Cameron had heard more than enough. He understood being blinded to somebody’s faults, but the first steps to freedom involved facing the truth, and this woman needed to hear it.
“He saved your life, lady, these girls’ lives—all of your lives. He stopped a pedophile from getting his hands on your fourteen-year-old daughter. You should be on your damn knees thanking him,” Cameron hissed through gritted teeth. He didn’t think he’d ever wanted to throttle someone before, and he couldn’t say it was a pleasant feeling.
“It’s okay, Cameron. Let’s just go.” Zach’s voice was so soft as to be barely heard. Cameron followed him as he headed for the door, the hunch in his shoulders easily discernable and making it even harder for him to walk away from that woman without giving her more of his mind.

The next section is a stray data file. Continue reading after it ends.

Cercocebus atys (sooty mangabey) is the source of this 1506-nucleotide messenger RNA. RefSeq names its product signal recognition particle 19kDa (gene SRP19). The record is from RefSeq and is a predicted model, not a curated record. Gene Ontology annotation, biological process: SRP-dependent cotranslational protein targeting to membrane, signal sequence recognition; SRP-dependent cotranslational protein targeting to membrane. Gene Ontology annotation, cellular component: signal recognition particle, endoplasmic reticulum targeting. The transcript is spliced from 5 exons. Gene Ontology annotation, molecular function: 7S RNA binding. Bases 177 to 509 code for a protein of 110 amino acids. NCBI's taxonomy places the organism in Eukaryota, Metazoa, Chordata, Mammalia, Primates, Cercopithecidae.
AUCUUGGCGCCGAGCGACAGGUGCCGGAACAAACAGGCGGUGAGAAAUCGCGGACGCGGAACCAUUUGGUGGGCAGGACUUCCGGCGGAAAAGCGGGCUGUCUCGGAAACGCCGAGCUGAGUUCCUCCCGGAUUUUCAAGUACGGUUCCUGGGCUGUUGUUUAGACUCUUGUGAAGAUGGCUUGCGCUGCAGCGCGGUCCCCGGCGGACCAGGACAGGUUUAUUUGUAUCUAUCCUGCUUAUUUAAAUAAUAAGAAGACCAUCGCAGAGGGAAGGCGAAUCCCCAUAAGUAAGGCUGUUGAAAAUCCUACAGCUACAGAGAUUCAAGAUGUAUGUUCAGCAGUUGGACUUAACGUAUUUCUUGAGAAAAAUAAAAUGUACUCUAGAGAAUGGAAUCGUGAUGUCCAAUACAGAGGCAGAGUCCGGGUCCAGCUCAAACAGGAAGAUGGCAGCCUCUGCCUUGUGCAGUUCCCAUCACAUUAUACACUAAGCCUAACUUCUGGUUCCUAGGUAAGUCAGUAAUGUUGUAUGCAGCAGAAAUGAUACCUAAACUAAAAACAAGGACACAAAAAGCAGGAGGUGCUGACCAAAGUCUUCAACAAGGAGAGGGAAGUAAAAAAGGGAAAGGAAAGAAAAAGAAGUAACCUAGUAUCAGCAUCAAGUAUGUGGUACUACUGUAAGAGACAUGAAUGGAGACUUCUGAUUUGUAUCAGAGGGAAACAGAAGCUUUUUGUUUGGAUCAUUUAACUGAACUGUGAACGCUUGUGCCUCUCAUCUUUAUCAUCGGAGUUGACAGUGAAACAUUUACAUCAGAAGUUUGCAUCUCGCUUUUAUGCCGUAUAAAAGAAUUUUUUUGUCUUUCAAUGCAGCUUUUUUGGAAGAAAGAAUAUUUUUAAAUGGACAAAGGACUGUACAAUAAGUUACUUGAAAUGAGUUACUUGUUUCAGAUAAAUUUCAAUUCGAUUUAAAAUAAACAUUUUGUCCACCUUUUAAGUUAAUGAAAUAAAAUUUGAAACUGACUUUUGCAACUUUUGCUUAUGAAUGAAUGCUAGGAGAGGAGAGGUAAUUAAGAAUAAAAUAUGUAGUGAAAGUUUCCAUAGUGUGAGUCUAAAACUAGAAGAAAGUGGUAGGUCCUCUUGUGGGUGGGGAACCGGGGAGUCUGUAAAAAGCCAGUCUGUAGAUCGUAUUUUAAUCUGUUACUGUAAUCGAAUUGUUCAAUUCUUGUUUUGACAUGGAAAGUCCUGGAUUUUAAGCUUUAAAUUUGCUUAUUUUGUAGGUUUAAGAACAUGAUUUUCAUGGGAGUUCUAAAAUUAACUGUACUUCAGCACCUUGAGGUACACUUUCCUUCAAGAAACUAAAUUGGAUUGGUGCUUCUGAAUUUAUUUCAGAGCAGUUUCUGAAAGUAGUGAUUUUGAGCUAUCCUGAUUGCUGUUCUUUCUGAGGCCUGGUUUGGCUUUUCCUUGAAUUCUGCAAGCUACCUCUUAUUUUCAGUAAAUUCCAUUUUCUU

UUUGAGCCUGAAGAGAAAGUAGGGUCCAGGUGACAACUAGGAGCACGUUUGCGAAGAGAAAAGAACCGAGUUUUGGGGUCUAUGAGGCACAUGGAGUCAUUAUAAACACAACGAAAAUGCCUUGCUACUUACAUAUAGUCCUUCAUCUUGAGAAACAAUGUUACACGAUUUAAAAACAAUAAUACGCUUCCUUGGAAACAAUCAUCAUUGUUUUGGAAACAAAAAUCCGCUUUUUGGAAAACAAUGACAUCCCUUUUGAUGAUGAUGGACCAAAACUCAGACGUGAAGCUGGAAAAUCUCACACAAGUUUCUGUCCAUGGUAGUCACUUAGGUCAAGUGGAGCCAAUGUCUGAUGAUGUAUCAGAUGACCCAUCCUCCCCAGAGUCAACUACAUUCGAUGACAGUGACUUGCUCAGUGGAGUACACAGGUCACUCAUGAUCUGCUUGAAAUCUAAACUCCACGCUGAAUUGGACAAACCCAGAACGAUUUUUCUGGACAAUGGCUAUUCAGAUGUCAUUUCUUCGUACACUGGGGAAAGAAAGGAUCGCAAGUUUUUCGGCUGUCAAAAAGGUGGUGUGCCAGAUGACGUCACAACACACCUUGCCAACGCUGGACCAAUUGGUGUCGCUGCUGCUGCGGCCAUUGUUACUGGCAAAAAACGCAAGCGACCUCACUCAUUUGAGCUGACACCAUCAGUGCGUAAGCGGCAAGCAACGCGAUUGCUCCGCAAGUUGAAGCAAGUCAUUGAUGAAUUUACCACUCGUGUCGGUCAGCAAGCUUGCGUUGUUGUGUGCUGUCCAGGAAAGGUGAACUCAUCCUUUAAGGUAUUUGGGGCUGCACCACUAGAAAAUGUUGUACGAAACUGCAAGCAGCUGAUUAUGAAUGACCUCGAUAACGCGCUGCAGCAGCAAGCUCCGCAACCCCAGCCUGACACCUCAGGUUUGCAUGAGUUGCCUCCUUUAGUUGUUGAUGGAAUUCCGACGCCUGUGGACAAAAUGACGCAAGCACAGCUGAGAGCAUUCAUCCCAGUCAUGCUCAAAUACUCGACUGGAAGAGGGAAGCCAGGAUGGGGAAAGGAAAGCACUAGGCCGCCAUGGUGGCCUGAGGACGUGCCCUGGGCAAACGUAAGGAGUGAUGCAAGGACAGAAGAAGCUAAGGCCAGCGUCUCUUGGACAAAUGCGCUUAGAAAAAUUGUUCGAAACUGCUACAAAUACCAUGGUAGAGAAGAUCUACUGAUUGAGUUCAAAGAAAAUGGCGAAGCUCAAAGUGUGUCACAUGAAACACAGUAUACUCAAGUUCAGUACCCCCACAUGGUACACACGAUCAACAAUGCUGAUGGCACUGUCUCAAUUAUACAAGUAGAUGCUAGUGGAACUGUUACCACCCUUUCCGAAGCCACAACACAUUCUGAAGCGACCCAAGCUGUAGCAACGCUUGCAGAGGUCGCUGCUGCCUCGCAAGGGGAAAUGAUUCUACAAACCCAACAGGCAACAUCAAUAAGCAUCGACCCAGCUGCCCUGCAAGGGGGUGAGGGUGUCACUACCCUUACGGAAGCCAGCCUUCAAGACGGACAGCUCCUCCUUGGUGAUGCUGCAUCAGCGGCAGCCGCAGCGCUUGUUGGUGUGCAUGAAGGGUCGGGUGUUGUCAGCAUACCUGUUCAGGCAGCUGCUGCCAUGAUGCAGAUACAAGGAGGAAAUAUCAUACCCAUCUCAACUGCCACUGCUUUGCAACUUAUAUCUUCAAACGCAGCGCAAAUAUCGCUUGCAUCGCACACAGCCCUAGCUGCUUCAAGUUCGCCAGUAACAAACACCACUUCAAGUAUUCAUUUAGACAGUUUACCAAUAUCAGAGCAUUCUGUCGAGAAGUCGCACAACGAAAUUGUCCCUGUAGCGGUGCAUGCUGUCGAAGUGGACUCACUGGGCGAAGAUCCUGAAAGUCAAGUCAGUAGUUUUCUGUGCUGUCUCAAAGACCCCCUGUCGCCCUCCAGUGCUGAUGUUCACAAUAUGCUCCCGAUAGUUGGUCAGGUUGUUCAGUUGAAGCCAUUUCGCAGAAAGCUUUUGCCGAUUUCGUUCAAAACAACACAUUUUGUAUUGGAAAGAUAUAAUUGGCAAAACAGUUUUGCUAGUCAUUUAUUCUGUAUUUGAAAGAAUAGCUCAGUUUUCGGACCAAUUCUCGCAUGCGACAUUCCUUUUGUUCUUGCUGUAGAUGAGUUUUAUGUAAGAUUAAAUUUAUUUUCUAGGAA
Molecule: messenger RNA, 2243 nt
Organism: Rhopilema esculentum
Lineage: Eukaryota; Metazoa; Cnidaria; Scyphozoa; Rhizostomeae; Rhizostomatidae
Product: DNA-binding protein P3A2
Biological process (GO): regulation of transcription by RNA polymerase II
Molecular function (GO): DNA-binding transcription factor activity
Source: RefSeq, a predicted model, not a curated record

They reached his car without a word passing between them. Zach silently climbed in, his face turned toward the window.
“Zach, I’m so sorry. You didn’t deserve what she said.”
“I ruined their lives.”
“You saved their lives, and one day they’ll damn well understand that.” Cameron was so angry he thought he may actually snap the steering wheel, which he currently held in an iron grip.
“Thanks for being there for me.”
“I’m not going anywhere, Zach. I told you I’ll be here whenever you need me.”
Zach turned to him then and their gazes held. “I might need you a lot.”
“It won’t be a problem. I promise.” He winked.
Zach scrutinized him for a while before finally smiling, the tension in his shoulders easing. “Still gonna teach me how to drive this thing?”
“Soon as you get your permit,” he answered and revved the engine.